Just 6.0% of people are in state prisons for possession

drug_possession_offenders.png


Looking at federal prisons

Federal data show that the vast majority (99.8 percent) of Federal prisoners sentenced for drug offenses were incarcerated for drug trafficking.

Answers to Frequently Asked Questions about Marijuana | The White House
 

_Sal

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I have mixed feelings on this.

I know people who are addicted to pain medication. We do not have the ability to measure pain. What is unbearable to one is easily handled by another. Many people needs these drugs to function daily.

We can't measure.

But then, I would be for legalization of drugs and have them controlled like alcohol. Would more people then become addicted...I really do not believe so. It would just be open.

The reason for drug use other than recreational use needs to be addressed.

But pain meds....maybe more controlled due to their strength...we control the strength of alcohol so why not drugs too?
 

Chomsky

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Just 6.0% of people are in state prisons for possession

drug_possession_offenders.png


Looking at federal prisons



Answers to Frequently Asked Questions about Marijuana | The White House
Thanks for taking the time and effort to cite.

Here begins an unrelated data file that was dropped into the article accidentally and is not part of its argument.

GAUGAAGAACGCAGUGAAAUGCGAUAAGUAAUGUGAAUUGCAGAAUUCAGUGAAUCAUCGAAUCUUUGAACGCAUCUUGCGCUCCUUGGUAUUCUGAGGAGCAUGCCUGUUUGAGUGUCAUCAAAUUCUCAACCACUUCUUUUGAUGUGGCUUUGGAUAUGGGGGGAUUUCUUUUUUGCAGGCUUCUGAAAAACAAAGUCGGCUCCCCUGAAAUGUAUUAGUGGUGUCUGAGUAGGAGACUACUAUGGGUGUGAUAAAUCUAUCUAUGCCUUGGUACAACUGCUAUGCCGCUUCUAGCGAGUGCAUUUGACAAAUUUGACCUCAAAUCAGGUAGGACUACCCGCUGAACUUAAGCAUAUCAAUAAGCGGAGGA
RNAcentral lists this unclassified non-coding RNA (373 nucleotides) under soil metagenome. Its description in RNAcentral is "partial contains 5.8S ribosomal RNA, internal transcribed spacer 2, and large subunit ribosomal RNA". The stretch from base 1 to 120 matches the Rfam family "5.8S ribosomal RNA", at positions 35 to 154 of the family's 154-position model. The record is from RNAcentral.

And yes, I agree that your earlier statement in relation to fed offenses is probably right.

But I do disagree with your point in the state data:

Your point was:

Since most of the people in jail are not in jail for possession of small amounts, that is just a talking point playing on emotions while ignoring reality.
The stat needed to support this statement needs to show the ratio of small possession offenses in relation to major offenses, which yours does not do; your reference only shows the % of drug offenses in relation to all offenses.

And I also have other concerns with your cites:

1] County data is not cited, which I believe is where the most action may be for small-time busts (it is in my city).

2] You've also linked to pot data, which is likely different than the data for possession of narcotics (coke, speed, heroin).

3] While supporting your statement in technicality (re: jail population), this doesn't take into effect those that are convicted and received probation, or have already done their time but are still paying a heavy societal price for their drug use.

Now here's an excerpt from my sources:

"The number one reason people go to jail in Cook County? If you guessed drug possession, you’re right. But violent crimes actually make up a bigger proportion than drug charges, and the number one violent crime—and the second-most likely charge for people who go to jail in Cook County—is domestic battery."

And further in the article:

"* The number one offense? Possession of a controlled substance, not counting marijuana: 12,066 admissions, or 16.8 percent of the total (71,663 admissions in 2011)."

Source: Chicago magazine: Who Goes to Jail in Cook County and Why

Now if we go to the actual report .pdf linked in the beginning of the article, in Table 2 we find:

Type of offense | N | % w/in Offense type | % of Total